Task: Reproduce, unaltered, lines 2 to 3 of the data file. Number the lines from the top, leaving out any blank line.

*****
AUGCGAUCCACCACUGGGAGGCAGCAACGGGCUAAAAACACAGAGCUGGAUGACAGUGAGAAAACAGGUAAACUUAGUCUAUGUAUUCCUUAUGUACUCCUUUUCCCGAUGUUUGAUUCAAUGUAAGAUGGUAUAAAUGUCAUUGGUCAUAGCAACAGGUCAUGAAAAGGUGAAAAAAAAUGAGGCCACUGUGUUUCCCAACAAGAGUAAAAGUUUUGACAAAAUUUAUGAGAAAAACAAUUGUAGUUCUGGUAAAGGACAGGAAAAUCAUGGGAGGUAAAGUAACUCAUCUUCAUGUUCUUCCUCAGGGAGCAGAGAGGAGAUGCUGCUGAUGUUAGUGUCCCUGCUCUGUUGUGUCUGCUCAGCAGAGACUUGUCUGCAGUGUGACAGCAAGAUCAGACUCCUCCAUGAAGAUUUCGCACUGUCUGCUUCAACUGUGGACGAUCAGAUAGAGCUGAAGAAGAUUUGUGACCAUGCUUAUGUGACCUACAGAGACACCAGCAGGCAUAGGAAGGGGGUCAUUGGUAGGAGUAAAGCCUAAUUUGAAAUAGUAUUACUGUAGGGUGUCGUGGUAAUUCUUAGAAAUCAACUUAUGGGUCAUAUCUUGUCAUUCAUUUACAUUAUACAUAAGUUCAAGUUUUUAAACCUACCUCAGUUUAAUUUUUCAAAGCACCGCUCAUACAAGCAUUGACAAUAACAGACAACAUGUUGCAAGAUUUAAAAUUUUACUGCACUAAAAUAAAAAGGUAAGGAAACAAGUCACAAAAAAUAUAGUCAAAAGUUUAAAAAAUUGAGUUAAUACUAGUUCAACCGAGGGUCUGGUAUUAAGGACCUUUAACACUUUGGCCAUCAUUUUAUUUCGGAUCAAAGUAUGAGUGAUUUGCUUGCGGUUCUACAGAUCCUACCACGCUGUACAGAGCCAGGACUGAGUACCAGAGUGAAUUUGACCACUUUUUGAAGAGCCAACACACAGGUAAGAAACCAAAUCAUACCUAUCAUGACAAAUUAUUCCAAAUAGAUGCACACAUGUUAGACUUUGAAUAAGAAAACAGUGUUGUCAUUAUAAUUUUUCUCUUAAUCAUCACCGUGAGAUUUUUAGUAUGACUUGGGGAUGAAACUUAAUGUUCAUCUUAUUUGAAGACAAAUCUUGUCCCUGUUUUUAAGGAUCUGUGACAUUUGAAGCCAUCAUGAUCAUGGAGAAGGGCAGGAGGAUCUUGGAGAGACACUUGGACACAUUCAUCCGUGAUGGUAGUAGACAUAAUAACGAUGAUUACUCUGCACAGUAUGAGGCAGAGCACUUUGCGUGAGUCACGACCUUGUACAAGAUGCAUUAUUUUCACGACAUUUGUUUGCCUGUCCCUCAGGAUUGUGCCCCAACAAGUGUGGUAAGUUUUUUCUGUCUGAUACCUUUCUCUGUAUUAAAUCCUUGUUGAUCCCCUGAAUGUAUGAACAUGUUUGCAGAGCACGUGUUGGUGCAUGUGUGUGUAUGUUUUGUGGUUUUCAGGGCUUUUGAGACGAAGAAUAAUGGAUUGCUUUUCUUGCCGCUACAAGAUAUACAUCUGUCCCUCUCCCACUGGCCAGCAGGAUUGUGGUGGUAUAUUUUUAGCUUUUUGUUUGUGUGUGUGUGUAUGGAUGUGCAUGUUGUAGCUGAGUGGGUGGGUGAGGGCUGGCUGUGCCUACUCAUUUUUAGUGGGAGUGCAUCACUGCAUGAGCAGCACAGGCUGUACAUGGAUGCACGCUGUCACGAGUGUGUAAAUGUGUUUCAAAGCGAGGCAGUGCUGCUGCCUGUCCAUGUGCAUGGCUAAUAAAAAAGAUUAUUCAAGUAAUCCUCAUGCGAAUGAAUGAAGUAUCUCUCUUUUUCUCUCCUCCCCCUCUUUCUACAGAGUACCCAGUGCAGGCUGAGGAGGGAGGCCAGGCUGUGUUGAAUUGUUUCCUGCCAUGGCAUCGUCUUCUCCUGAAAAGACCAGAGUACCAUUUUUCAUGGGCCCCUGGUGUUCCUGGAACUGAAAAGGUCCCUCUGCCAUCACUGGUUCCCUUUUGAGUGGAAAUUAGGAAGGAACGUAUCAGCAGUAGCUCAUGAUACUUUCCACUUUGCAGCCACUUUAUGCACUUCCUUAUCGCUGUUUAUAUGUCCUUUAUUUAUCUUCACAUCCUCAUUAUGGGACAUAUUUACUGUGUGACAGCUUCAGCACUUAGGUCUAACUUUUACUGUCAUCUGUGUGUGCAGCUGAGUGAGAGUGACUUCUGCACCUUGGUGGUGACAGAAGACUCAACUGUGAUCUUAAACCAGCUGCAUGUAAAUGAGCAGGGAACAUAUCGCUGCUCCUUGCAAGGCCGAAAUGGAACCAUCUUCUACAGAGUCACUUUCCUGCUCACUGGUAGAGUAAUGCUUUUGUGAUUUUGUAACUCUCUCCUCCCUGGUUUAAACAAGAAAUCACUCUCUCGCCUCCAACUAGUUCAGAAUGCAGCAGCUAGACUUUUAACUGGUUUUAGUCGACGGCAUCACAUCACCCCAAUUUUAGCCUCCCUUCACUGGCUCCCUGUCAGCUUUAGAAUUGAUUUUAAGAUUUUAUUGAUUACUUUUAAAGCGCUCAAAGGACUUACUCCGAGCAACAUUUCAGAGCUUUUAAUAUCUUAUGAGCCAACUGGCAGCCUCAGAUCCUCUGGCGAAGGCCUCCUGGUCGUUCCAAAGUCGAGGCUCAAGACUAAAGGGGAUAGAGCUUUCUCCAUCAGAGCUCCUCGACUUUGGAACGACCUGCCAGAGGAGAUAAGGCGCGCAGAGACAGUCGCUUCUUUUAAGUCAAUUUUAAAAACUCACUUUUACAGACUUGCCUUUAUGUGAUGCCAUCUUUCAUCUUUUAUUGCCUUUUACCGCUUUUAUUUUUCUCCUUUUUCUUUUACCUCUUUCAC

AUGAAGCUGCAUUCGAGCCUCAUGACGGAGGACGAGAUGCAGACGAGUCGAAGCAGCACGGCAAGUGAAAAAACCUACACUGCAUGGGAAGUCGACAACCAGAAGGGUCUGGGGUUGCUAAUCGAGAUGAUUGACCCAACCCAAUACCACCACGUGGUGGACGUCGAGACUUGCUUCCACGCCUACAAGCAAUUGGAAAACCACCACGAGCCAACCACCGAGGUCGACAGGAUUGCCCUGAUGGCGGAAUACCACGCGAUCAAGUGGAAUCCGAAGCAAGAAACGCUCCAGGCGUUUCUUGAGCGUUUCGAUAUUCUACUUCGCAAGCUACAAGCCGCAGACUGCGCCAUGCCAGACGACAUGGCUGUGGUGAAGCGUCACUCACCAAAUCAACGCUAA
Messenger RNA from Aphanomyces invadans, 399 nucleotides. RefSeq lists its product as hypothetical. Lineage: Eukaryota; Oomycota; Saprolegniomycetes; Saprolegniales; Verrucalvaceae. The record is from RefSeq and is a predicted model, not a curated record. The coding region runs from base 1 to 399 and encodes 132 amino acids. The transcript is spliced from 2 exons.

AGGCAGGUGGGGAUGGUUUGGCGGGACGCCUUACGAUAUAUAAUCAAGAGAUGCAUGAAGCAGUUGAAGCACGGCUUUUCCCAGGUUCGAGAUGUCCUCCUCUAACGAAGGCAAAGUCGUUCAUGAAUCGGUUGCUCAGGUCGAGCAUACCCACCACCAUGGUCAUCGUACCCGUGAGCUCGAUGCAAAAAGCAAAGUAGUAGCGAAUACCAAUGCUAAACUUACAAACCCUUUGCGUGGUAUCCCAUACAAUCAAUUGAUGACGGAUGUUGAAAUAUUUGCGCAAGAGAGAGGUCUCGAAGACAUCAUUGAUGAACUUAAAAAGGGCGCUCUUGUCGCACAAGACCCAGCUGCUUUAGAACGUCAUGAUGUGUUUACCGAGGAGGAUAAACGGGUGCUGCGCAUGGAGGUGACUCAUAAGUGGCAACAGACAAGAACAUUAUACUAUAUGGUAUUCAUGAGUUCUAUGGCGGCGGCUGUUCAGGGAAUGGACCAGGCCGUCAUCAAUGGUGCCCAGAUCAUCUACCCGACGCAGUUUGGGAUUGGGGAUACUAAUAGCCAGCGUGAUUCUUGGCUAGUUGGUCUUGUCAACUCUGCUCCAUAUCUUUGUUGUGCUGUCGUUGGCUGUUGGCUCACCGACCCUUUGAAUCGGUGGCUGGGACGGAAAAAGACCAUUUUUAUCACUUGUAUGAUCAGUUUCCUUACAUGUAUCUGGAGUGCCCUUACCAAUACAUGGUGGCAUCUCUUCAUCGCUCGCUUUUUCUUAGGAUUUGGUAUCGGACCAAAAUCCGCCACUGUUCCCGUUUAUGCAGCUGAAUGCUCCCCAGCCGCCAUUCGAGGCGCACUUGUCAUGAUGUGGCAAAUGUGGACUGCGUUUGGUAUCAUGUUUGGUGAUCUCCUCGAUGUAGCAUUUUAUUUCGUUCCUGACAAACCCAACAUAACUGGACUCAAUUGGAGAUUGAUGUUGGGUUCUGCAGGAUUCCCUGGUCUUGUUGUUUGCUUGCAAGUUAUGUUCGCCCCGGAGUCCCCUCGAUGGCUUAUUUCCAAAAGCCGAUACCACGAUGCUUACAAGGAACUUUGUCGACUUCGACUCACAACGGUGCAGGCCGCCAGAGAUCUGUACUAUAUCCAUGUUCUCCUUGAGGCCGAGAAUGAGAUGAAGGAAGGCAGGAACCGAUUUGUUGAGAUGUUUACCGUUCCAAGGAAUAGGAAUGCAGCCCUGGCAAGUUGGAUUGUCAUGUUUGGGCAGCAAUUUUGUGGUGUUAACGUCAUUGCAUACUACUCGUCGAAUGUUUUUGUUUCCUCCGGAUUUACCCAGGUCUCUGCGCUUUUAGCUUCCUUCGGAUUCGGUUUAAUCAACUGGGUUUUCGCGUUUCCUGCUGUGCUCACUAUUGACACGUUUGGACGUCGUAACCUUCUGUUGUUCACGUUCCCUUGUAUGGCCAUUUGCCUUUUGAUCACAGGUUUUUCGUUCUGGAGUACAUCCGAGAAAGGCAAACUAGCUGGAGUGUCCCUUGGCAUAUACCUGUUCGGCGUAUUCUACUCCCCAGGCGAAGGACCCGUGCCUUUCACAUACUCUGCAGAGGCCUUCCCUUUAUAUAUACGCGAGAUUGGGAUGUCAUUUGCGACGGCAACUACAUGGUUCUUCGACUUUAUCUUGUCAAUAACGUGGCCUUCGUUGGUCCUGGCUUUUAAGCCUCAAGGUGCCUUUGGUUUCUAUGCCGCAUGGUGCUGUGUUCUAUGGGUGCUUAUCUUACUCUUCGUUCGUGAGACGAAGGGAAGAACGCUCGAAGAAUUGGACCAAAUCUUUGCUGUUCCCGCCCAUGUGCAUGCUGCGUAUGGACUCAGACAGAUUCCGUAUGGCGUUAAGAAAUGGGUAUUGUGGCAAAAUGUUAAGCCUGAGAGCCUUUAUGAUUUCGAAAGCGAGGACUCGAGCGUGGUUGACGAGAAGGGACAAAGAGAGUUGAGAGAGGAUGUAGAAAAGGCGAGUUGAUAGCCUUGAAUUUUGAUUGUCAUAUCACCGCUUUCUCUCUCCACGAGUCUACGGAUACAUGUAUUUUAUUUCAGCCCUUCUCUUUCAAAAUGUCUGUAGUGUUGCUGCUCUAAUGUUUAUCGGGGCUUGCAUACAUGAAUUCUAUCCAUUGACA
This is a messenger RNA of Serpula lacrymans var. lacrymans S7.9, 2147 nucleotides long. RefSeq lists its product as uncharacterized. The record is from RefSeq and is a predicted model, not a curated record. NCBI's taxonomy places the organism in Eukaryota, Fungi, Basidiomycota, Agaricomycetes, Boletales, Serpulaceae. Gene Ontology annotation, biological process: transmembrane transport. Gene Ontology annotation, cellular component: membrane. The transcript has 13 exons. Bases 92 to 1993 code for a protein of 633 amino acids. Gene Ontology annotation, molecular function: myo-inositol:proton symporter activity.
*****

AUGAAGCUGCAUUCGAGCCUCAUGACGGAGGACGAGAUGCAGACGAGUCGAAGCAGCACGGCAAGUGAAAAAACCUACACUGCAUGGGAAGUCGACAACCAGAAGGGUCUGGGGUUGCUAAUCGAGAUGAUUGACCCAACCCAAUACCACCACGUGGUGGACGUCGAGACUUGCUUCCACGCCUACAAGCAAUUGGAAAACCACCACGAGCCAACCACCGAGGUCGACAGGAUUGCCCUGAUGGCGGAAUACCACGCGAUCAAGUGGAAUCCGAAGCAAGAAACGCUCCAGGCGUUUCUUGAGCGUUUCGAUAUUCUACUUCGCAAGCUACAAGCCGCAGACUGCGCCAUGCCAGACGACAUGGCUGUGGUGAAGCGUCACUCACCAAAUCAACGCUAA
Messenger RNA from Aphanomyces invadans, 399 nucleotides. RefSeq lists its product as hypothetical. Lineage: Eukaryota; Oomycota; Saprolegniomycetes; Saprolegniales; Verrucalvaceae. The record is from RefSeq and is a predicted model, not a curated record. The coding region runs from base 1 to 399 and encodes 132 amino acids. The transcript is spliced from 2 exons.